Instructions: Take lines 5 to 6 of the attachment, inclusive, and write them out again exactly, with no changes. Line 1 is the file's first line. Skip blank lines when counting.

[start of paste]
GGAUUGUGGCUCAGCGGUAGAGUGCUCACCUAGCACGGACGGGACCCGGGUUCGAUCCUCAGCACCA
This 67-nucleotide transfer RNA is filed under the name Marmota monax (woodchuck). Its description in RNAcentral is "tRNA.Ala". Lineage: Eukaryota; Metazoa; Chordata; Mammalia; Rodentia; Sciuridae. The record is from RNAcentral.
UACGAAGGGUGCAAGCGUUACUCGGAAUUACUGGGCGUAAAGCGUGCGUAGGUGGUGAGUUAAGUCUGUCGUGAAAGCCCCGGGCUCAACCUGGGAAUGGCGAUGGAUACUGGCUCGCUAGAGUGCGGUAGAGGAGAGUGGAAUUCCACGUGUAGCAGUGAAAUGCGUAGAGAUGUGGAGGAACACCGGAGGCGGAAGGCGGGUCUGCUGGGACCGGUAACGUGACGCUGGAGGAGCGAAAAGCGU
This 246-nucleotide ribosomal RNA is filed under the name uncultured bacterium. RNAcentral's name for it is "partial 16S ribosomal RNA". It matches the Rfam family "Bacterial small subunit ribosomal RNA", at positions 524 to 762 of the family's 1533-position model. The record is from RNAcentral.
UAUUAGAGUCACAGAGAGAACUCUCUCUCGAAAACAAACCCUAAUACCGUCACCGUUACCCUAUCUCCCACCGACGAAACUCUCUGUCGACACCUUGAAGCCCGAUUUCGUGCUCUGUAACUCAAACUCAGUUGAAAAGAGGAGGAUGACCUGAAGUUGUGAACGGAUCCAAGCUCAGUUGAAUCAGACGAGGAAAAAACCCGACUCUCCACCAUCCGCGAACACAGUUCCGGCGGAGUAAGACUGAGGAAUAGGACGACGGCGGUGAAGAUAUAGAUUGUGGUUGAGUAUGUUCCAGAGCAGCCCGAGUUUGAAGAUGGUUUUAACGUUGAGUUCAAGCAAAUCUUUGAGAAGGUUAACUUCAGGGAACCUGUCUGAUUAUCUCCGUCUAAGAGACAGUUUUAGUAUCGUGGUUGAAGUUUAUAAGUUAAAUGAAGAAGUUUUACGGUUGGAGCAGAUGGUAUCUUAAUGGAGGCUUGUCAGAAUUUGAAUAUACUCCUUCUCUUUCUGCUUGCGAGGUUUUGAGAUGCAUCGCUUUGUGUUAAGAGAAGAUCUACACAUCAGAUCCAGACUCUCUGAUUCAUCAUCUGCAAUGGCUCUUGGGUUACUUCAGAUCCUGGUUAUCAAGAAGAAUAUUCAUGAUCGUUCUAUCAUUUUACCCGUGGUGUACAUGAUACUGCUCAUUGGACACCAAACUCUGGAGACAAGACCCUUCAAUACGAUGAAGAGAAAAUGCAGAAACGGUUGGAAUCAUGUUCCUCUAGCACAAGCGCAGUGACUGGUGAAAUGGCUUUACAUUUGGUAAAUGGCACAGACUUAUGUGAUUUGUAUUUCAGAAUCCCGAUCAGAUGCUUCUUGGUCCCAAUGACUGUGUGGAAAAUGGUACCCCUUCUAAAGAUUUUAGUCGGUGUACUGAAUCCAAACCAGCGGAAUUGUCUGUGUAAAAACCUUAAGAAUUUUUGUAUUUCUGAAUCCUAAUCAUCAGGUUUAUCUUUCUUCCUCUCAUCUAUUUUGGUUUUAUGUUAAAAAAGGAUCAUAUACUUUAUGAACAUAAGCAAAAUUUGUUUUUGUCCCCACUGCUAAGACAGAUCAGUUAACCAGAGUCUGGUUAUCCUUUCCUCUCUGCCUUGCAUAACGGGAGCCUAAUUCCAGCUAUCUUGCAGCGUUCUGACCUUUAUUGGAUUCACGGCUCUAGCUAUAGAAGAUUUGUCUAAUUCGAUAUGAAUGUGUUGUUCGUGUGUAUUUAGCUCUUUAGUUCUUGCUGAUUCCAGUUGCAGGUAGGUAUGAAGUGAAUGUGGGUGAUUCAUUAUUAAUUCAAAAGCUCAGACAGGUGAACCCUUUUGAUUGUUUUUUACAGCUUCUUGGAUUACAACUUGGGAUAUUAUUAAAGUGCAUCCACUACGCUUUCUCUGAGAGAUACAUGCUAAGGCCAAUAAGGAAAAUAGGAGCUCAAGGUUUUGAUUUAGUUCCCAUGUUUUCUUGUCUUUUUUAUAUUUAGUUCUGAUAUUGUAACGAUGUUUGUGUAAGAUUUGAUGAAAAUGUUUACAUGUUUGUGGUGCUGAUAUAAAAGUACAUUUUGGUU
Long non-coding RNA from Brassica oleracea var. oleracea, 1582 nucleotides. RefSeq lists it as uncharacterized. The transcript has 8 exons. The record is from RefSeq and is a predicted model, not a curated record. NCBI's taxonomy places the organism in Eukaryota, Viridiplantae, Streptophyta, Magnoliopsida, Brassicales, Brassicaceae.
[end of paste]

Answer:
UAUUAGAGUCACAGAGAGAACUCUCUCUCGAAAACAAACCCUAAUACCGUCACCGUUACCCUAUCUCCCACCGACGAAACUCUCUGUCGACACCUUGAAGCCCGAUUUCGUGCUCUGUAACUCAAACUCAGUUGAAAAGAGGAGGAUGACCUGAAGUUGUGAACGGAUCCAAGCUCAGUUGAAUCAGACGAGGAAAAAACCCGACUCUCCACCAUCCGCGAACACAGUUCCGGCGGAGUAAGACUGAGGAAUAGGACGACGGCGGUGAAGAUAUAGAUUGUGGUUGAGUAUGUUCCAGAGCAGCCCGAGUUUGAAGAUGGUUUUAACGUUGAGUUCAAGCAAAUCUUUGAGAAGGUUAACUUCAGGGAACCUGUCUGAUUAUCUCCGUCUAAGAGACAGUUUUAGUAUCGUGGUUGAAGUUUAUAAGUUAAAUGAAGAAGUUUUACGGUUGGAGCAGAUGGUAUCUUAAUGGAGGCUUGUCAGAAUUUGAAUAUACUCCUUCUCUUUCUGCUUGCGAGGUUUUGAGAUGCAUCGCUUUGUGUUAAGAGAAGAUCUACACAUCAGAUCCAGACUCUCUGAUUCAUCAUCUGCAAUGGCUCUUGGGUUACUUCAGAUCCUGGUUAUCAAGAAGAAUAUUCAUGAUCGUUCUAUCAUUUUACCCGUGGUGUACAUGAUACUGCUCAUUGGACACCAAACUCUGGAGACAAGACCCUUCAAUACGAUGAAGAGAAAAUGCAGAAACGGUUGGAAUCAUGUUCCUCUAGCACAAGCGCAGUGACUGGUGAAAUGGCUUUACAUUUGGUAAAUGGCACAGACUUAUGUGAUUUGUAUUUCAGAAUCCCGAUCAGAUGCUUCUUGGUCCCAAUGACUGUGUGGAAAAUGGUACCCCUUCUAAAGAUUUUAGUCGGUGUACUGAAUCCAAACCAGCGGAAUUGUCUGUGUAAAAACCUUAAGAAUUUUUGUAUUUCUGAAUCCUAAUCAUCAGGUUUAUCUUUCUUCCUCUCAUCUAUUUUGGUUUUAUGUUAAAAAAGGAUCAUAUACUUUAUGAACAUAAGCAAAAUUUGUUUUUGUCCCCACUGCUAAGACAGAUCAGUUAACCAGAGUCUGGUUAUCCUUUCCUCUCUGCCUUGCAUAACGGGAGCCUAAUUCCAGCUAUCUUGCAGCGUUCUGACCUUUAUUGGAUUCACGGCUCUAGCUAUAGAAGAUUUGUCUAAUUCGAUAUGAAUGUGUUGUUCGUGUGUAUUUAGCUCUUUAGUUCUUGCUGAUUCCAGUUGCAGGUAGGUAUGAAGUGAAUGUGGGUGAUUCAUUAUUAAUUCAAAAGCUCAGACAGGUGAACCCUUUUGAUUGUUUUUUACAGCUUCUUGGAUUACAACUUGGGAUAUUAUUAAAGUGCAUCCACUACGCUUUCUCUGAGAGAUACAUGCUAAGGCCAAUAAGGAAAAUAGGAGCUCAAGGUUUUGAUUUAGUUCCCAUGUUUUCUUGUCUUUUUUAUAUUUAGUUCUGAUAUUGUAACGAUGUUUGUGUAAGAUUUGAUGAAAAUGUUUACAUGUUUGUGGUGCUGAUAUAAAAGUACAUUUUGGUU
Long non-coding RNA from Brassica oleracea var. oleracea, 1582 nucleotides. RefSeq lists it as uncharacterized. The transcript has 8 exons. The record is from RefSeq and is a predicted model, not a curated record. NCBI's taxonomy places the organism in Eukaryota, Viridiplantae, Streptophyta, Magnoliopsida, Brassicales, Brassicaceae.